The Demon - Mariinsky Theatre / Gergiev - Barbican, 31 January 2009
Anton Rubinstein's The Demon is nothing like as well-known or as frequently performed as his pupil Tchaikovsky's Queen of Spades. There are reasons for that. It's dramatic - but the story takes a while to get going. It's melodic - but the tunes are not 'quite' memorable. It has moments of startling innovation - but they're over all too soon don't add up to a truly inventive whole in the way that even the least of Tchaikovsky's operas do.
OK, these are pretty fundamental flaws. But Gergiev and the Mariinsky did their utmost to sweep them aside, in a performance of such glorious, sizzling vitality you could forget it was just a row of guys singing in front of an orchestra.
Major credit must go to Evgeny Nikitin in the title role, a truly diabolical demon.
Ladies and gentlemen, he has a tattoo on his *head*.
Yes, a tattooed head - suck on that, Rene Pape. Look!...
Not to mention tattoos on his knuckle-dustered hands and who knows how many more hidden up his long sleeves. A truly great actor, who 'is' rather than 'does', he made a fearsome and compelling stage presence, tinged with menace even in the sweetest of his serenades to Tamara, the beautiful human he has fallen for.
And the voice! As if any further qualifications were necessary, he possesses a luxurious velvety bass-baritone that seems to emerge as nature intended, unfettered by the technical proficiency that shapes and colours every note.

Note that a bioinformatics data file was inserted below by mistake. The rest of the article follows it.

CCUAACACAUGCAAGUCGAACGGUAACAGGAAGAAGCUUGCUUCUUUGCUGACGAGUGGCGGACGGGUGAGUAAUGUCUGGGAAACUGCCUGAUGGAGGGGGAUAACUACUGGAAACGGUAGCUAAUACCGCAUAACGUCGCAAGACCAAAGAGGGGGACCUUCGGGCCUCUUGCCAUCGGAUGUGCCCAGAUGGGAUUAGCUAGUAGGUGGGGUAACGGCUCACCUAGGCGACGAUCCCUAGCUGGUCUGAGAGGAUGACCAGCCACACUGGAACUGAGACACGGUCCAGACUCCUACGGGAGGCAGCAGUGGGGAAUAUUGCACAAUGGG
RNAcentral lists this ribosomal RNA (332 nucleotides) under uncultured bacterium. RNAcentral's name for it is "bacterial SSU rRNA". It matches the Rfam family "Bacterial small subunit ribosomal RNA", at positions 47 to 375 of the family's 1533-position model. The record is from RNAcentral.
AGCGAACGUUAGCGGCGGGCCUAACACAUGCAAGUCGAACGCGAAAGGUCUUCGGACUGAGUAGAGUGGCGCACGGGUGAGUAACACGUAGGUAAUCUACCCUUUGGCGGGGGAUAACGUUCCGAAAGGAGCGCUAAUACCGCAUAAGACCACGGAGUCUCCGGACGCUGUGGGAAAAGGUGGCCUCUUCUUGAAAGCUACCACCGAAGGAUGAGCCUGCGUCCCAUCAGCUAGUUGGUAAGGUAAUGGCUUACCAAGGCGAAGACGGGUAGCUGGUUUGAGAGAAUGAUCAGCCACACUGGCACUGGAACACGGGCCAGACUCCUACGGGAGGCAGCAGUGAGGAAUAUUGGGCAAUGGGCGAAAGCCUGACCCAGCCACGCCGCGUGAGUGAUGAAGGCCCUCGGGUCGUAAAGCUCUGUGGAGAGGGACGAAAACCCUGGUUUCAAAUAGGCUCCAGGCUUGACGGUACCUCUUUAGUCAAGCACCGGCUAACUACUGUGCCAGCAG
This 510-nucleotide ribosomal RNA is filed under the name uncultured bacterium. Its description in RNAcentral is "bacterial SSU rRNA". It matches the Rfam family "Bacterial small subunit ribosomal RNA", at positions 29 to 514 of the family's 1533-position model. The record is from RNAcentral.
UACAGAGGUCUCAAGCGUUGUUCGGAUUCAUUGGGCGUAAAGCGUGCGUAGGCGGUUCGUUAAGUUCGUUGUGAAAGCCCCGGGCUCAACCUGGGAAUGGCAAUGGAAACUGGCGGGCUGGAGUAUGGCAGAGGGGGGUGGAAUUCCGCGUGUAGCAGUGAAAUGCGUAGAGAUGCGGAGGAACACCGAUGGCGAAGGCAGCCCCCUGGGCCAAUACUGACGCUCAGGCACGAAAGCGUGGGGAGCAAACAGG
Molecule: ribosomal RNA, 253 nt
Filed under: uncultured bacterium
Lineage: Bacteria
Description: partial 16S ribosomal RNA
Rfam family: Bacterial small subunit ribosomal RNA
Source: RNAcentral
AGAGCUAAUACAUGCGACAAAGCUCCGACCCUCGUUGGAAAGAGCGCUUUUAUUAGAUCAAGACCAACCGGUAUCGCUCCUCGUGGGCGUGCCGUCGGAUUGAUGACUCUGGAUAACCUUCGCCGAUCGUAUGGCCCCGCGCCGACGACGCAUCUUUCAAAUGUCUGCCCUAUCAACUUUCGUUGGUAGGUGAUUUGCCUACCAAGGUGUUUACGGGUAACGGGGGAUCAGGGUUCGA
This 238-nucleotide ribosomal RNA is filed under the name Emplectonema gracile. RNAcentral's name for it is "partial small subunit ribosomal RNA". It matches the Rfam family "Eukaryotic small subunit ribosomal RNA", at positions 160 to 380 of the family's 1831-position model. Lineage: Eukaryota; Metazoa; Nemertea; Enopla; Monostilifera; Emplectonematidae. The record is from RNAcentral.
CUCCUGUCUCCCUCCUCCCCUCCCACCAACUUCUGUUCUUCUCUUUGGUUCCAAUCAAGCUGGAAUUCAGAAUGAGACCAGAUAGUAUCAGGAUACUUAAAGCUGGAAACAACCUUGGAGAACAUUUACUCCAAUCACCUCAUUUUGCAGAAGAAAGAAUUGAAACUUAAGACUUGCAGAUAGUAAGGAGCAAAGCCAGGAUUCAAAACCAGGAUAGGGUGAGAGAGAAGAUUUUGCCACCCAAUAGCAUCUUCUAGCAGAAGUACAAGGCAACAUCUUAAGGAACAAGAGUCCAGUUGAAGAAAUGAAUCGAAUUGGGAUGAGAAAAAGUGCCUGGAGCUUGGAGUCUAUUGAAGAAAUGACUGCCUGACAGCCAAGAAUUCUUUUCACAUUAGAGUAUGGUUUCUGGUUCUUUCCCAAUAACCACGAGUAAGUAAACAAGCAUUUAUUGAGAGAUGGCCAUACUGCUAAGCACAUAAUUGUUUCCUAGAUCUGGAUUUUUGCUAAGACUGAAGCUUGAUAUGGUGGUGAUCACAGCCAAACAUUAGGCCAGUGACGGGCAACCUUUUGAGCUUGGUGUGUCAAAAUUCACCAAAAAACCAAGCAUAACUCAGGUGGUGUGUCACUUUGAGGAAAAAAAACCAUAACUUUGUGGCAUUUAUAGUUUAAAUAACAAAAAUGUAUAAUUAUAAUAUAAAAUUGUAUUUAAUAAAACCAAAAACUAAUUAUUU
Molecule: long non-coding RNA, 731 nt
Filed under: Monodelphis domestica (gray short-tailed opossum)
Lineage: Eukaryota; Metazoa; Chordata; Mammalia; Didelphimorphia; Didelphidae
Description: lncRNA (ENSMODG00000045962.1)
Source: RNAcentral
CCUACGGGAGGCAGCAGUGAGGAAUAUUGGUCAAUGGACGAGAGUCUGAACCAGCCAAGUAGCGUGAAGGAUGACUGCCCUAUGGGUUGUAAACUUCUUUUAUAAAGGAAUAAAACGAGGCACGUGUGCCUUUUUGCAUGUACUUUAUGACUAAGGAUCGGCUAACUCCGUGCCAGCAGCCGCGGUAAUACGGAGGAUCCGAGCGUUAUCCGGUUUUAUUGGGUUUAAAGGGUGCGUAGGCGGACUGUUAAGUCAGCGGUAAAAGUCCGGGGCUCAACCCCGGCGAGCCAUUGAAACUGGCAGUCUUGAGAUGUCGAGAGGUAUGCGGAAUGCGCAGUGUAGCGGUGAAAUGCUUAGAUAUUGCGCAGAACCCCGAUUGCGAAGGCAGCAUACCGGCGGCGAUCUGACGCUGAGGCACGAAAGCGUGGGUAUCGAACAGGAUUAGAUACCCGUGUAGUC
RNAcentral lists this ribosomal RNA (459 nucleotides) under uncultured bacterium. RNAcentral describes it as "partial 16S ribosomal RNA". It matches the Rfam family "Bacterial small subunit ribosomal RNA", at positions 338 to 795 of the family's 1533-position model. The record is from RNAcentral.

Irma Gigolaty, trussed and bustled like an Victorian governess, and the sturdy tenor Evgeny Akimov played Tamara and her fiance. Neither were quite perfectly cast - she sounded as if she'd rather be singing Vissi d'arte, he Questa O Quella - but they did a decent enough job.
The deep, oily basses of Gennady Bezzubenkov and Grigory Karasev lent an unmistakeably Russian flavour, and Kristina Kapustinskaya was back for a second striking performance, this time as Tamara's guardian angel. Perched behind the orchestra, her voice floated over them like a ribbon of dark smoke.
But once again it was Gergiev's star that shone most brightly. The clangour of the battle scene, the subtlest of string pianissimi, the nod to Russian liturgical chant - those all-too-brief flashes of Rubinstein's genius that elevate this work above the merely pedestrian - these were shaped lovingly and with the utmost craftsmanship.
Another time, another place, another company and this would have been just another also-ran opera, a rightly-forgotten relic. But Gergiev and the Mariinsky proved the power of a great performance.